FDA Opens Path for States to Regulate COVID-19 Tests

Regulatory NewsRegulatory News | 17 March 2020 |  By 

As part of efforts to speed the development of certain laboratory tests for COVID-19, the US Food and Drug Administration (FDA) late Monday updated guidance to enable states to oversee certain tests.

“States can set up a system in which they take responsibility for authorizing such tests and the laboratories will not engage with the FDA,” FDA Commissioner Stephen Hahn said in a statement.  

The shift comes as difficulties with the Emergency Use Authorization (EUA) process has held back some tests. Keith Jerome, director of the University of Washington Virology Lab, told the New Yorker that his lab had to call and e-mail FDA multiple times to figure out what they needed to secure an EUA. “At one point, he was very frustrated because he’d e-mailed them what we were doing so they could review it,” Jerome said. “But legally you also had to mail a physical copy.”

The American Society of Microbiology sent a letter to FDA in late February, expressing concerns about the effects that the EUA process were having on the use of diagnostic tests by clinical laboratories amid the COVID-19 outbreak. A day later, FDA issued this immediately-in-effect guidance to allow some labs to use their tests before an EUA.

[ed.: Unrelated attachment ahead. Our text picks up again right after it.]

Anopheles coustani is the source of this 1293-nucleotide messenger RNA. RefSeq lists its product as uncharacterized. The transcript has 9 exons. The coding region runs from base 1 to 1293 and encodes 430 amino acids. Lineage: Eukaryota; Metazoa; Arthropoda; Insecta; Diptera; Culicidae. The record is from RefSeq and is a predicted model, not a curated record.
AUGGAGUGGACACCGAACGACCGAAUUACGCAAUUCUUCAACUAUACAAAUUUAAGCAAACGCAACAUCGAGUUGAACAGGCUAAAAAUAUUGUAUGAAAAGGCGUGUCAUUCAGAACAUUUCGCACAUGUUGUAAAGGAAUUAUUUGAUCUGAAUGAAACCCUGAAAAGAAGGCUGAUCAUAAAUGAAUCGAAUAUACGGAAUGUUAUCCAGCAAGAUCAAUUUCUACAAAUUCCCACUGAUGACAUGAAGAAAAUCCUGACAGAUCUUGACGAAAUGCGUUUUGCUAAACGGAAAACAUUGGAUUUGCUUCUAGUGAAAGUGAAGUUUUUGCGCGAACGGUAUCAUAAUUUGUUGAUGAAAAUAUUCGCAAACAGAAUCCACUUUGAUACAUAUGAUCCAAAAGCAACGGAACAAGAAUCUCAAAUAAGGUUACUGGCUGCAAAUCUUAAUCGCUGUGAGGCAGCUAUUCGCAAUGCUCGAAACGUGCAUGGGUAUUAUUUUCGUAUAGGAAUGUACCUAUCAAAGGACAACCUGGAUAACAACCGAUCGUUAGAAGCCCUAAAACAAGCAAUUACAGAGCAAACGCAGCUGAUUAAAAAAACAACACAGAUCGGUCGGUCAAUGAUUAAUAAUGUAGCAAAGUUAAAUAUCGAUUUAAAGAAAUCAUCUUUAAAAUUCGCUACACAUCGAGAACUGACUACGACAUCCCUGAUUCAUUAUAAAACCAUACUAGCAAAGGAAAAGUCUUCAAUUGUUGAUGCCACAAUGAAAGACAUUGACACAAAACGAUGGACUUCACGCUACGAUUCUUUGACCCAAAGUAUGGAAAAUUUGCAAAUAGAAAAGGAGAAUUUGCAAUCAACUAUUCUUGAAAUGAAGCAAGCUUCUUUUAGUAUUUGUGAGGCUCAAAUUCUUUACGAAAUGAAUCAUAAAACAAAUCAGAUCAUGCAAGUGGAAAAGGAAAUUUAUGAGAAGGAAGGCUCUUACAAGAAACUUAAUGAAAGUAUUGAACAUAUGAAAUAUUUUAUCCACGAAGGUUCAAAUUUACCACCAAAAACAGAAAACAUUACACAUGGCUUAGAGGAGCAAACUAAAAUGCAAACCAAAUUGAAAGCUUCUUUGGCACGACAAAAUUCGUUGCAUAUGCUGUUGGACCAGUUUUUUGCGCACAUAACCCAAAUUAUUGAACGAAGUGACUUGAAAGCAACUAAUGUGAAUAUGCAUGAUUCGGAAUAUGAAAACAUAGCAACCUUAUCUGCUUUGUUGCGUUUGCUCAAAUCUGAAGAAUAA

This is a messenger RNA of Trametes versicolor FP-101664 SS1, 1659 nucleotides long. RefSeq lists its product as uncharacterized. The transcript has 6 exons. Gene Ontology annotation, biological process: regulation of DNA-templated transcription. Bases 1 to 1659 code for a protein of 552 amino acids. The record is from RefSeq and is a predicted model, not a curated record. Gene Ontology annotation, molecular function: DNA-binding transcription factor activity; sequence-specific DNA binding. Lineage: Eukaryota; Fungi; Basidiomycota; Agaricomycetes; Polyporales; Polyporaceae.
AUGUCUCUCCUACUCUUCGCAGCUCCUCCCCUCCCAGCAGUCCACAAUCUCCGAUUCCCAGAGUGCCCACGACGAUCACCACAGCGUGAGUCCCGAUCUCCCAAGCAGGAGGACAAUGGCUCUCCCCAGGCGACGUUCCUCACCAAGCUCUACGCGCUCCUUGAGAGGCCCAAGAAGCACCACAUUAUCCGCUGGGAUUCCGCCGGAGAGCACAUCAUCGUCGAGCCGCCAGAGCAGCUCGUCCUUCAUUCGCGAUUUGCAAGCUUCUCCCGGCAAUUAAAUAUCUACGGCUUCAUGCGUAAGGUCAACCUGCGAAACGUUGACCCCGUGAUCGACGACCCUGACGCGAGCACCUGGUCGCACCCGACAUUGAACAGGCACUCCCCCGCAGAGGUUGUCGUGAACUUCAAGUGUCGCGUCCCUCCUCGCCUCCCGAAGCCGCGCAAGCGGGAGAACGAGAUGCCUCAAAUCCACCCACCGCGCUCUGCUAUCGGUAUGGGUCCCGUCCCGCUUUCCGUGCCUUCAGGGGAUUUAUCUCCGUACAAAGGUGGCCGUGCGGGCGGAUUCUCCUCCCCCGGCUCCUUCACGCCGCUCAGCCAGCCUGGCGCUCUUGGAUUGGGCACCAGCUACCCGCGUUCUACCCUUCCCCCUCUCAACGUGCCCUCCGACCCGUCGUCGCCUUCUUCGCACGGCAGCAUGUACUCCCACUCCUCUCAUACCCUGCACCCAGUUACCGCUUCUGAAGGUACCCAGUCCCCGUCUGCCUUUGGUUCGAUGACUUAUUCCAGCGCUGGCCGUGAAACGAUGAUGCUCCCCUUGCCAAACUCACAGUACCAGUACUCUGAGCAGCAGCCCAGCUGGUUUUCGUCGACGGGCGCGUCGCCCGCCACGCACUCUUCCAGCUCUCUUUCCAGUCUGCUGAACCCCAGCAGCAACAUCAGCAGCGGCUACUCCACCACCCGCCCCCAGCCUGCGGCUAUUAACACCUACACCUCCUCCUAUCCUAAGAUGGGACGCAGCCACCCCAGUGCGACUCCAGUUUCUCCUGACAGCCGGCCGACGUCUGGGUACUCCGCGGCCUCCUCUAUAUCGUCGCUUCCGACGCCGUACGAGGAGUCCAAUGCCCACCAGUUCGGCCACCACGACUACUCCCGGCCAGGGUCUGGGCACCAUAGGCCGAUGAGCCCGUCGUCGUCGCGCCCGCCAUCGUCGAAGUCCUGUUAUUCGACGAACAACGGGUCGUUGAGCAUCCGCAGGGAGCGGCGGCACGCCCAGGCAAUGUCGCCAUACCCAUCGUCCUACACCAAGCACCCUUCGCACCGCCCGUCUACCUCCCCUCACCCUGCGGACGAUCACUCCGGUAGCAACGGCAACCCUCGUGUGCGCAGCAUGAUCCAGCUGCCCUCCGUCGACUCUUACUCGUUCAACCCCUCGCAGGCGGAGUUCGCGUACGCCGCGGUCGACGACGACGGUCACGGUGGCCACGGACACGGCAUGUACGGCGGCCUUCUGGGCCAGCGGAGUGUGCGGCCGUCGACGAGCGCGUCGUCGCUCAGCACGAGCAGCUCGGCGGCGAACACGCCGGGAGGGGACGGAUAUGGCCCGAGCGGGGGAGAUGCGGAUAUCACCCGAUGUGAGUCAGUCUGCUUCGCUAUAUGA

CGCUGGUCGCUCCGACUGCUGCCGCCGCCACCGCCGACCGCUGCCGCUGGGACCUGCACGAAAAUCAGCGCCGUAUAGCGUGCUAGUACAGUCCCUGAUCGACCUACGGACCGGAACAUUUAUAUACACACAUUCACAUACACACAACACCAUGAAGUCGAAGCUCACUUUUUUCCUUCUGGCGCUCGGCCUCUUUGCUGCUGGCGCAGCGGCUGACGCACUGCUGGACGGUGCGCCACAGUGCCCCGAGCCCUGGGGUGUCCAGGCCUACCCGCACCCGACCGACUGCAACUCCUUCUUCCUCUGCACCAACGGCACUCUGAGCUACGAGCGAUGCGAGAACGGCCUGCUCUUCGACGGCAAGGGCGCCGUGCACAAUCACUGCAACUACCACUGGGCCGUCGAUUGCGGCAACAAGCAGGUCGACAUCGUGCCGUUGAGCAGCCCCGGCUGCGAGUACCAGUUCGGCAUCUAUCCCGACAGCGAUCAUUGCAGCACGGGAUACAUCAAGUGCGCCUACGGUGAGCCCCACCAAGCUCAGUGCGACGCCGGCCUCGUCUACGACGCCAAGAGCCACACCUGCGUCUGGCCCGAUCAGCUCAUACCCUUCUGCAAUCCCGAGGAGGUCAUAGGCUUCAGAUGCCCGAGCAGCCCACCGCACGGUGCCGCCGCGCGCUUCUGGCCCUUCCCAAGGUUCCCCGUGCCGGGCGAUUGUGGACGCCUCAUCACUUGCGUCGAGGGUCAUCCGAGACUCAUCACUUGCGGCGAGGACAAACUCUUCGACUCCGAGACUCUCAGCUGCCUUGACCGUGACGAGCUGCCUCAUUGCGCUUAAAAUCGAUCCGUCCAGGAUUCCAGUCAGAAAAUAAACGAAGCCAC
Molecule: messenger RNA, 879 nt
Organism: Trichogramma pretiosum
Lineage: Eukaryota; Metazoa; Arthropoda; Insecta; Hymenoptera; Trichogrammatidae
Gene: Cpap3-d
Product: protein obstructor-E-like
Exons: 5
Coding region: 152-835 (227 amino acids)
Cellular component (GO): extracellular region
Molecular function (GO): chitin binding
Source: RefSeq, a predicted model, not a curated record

Now, in the updated guidance, the agency said that commercial manufacturers can develop tests for coronavirus and begin using them, once validated, for 15 business days ahead of an EUA request, and where the manufacturer provides instructions for use of the test and posts data about the test’s performance characteristics on its website.

And FDA issued two more EUAs late Monday for Hologic for its Panther Fusion SARS-COV-2 Assay, and LabCorp for its COVID-19 RT-PCR test. Two other EUAs were also granted to Roche and Thermo Fisher Scientific over the weekend.

But the agency pushed away from the use of EUAs with a new policy that allows for serological testing without an EUA. According to FDA, serological tests measure the amount of antibodies or proteins present in the blood when the body is responding to an infection. 

“FDA does not intend to object to the distribution and use of serology tests to identify antibodies to SARS-CoV-2 where the test has been validated, notification is provided to the FDA, and warning statements are included with the tests, for example, noting the test has not been reviewed by the FDA and results from antibody testing should not be used as the sole basis to diagnose or exclude SARS-CoV-2 infection or to inform infection status,” the agency said.

Meanwhile, the policy for putting together an EUA remains unchanged from the initial publication of the guidance in February.

Sen. Elizabeth Warren (D-MA) also sent a letter on Tuesday to Vice President Mike Pence in his capacity as head of the White House Coronavirus Task Force, seeking answers on the administration’s "continued failure to ensure a sufficient number of diagnostic testing kits for COVID-19 are available, and its inability to provide clear and honest answers about this problem in the midst of this public health emergency, is unacceptable."

Policy for Diagnostic Tests for Coronavirus Disease-2019 during the Public Health Emergency


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